"Those who need it the most and those who don't need it all are both getting the same benefit," he said.

Pilkinton-Ching shared that concern.

"We are seeing a lot of money going towards fuel tax discounts but not towards public transport discounts so in that sense it is not targeted enough because it is still prioritising private transport which is not only worse for the environment but also benefits those who tend to be already more well off."

Asked if the extension would be extended again, Robertson said cuts could not last forever.

There has been a warning from AA of an "unavoidable rush" when the 25 cents extra tax came back.

"We are doing some work on the exit strategy," Robertson said.

Gull's Bodger wants to be involved in a discussion with the government about the reinstatement of the petrol excise duty.

"It just does need a lot of thought and a lot of planning to go into it," he said.

Govt buying time - AA

The Automobile Association is welcoming the decision which it says will give the government some time to see how the international situation plays out.

Terry Collins who is a principal policy adviser with the AA said the government's move benefited everyone by removing some of the inflationary pressure that high fuel prices have been adding to everything in the supply chain.

Fuel was needed in production, factories, retail and for workers to get to their jobs.

"Anything that reduces those costs is good for us ... what the government has done with this policy is bought itself a bit of time, to see what is going to happen in the international markets, particularly with the Ukraine-Russia situation."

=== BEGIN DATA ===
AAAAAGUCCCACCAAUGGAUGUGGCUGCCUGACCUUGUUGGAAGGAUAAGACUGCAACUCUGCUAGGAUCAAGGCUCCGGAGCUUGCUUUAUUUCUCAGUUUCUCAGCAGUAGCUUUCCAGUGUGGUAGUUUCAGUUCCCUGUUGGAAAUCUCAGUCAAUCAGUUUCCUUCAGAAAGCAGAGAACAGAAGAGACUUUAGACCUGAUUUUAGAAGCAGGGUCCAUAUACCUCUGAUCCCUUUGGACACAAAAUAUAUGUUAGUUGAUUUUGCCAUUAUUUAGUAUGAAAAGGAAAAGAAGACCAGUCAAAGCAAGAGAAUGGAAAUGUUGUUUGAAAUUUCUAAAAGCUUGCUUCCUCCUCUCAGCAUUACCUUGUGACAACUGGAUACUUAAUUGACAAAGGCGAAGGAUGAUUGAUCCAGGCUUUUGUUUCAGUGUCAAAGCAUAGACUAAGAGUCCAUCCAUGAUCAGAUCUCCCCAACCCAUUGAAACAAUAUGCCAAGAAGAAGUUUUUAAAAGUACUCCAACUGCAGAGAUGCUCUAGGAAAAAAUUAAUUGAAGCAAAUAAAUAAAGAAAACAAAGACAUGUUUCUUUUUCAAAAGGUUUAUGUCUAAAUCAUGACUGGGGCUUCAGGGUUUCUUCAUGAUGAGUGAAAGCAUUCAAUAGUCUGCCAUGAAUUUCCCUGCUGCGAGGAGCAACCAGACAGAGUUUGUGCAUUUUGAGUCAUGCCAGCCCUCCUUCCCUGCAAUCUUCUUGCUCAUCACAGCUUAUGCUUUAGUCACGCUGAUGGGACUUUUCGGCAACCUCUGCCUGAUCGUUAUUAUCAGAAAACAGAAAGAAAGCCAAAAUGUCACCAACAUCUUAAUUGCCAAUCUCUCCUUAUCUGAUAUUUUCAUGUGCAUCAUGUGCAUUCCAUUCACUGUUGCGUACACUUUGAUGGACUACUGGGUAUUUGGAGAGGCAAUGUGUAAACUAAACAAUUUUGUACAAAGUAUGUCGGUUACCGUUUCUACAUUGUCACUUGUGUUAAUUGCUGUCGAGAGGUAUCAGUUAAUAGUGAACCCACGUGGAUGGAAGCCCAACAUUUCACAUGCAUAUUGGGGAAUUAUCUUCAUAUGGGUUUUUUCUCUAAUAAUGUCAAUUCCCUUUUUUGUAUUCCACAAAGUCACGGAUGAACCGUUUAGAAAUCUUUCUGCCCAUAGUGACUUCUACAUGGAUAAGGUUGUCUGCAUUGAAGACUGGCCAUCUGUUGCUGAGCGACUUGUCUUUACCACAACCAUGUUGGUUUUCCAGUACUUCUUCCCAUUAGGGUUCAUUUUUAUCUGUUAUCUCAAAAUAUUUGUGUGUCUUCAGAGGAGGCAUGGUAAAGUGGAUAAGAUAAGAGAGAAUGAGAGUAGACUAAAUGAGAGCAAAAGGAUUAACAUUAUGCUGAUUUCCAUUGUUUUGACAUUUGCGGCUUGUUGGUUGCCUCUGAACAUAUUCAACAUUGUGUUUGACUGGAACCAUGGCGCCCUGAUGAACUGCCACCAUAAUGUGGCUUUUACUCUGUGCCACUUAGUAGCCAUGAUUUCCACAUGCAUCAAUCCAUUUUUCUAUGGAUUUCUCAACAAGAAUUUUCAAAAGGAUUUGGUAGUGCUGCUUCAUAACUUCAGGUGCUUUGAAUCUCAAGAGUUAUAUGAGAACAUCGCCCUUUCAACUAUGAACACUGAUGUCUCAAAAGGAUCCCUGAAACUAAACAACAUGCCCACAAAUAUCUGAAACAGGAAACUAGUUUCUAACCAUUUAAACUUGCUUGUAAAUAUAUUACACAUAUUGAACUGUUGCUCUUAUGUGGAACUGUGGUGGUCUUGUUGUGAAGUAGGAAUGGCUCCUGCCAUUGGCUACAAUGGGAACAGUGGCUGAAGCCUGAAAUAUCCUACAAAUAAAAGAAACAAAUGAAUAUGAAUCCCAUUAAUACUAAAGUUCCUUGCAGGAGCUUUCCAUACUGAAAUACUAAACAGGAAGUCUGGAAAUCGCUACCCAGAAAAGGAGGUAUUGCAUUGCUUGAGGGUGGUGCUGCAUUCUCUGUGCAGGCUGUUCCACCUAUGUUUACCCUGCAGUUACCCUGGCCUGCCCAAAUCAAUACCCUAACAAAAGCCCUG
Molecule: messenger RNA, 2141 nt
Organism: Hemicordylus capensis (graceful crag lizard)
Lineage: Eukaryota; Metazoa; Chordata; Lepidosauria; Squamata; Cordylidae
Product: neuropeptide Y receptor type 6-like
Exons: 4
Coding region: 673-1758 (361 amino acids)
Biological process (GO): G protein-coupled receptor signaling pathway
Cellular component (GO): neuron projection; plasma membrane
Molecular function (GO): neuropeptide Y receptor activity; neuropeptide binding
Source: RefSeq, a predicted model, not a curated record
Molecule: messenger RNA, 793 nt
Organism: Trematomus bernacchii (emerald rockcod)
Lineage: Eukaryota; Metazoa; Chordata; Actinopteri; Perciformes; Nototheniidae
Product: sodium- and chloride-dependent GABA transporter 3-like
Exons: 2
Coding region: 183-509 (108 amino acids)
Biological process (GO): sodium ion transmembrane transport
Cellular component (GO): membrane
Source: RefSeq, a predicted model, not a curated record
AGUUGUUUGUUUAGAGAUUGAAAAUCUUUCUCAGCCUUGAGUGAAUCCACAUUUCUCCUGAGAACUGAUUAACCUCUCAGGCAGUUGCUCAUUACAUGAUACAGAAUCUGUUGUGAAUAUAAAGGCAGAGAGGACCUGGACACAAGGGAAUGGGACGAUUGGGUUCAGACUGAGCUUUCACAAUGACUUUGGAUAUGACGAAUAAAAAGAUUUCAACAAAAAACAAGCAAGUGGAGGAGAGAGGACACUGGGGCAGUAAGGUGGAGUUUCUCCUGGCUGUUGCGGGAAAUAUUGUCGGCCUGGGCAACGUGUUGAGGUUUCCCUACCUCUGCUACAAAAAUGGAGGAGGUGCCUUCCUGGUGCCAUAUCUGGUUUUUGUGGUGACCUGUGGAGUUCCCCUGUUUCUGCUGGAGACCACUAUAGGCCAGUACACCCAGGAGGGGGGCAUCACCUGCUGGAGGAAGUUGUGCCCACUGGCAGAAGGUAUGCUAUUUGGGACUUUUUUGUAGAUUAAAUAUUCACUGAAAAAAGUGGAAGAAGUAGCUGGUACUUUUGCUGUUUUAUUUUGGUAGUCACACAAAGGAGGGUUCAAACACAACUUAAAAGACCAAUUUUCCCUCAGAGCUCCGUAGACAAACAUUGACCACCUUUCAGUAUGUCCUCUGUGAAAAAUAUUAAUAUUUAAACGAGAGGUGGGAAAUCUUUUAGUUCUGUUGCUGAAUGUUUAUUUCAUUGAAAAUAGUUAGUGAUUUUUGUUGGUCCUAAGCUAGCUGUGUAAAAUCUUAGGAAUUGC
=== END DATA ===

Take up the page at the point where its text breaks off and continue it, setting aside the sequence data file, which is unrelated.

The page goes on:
Another cause for the rise in energy prices was the need to invest in the infrastructure for renewable energy, Collins said.

Last year the fewest number of oil fields were discovered in 75 years.

Overall, governments worldwide had hoped to gradually increase fuel prices to help mitigate climate change but the rapid rise this year had led to high inflation.

"It's caught everyone out."

Regarding Energy Minister Megan Woods writing to fuel companies asking for the cause of recent price increases, Collins said data he had seen suggested there was "a big spike" in their revenue a week ago.

"It was well above their normal range of profit."

Collins said with international prices moving around a lot at present, companies may have bought fuel at a favourable price and were taking advantage to recoup some of the money they lost when the prices were not so much in their favour.

He said the fuel companies were not price gouging and he expected prices to fall a bit in the coming weeks.

The AA had been concerned about the supply chain pressures if motorists all tried to fill up a day or two before 15 August when the 30c price rise would have taken effect before the government's latest decision to extend it until January.

"Our supply chain just can't handle that sudden demand over a day or two for all that fuel."

Collins said the price rise for the fuel excise duty may need to be done gradually.

"They could do it incrementally looking at what the market prices are so they don't give a shock to the market."

However, the road user charges and the public transport subsidy required law changes and the government would not want to be constantly revising legislation.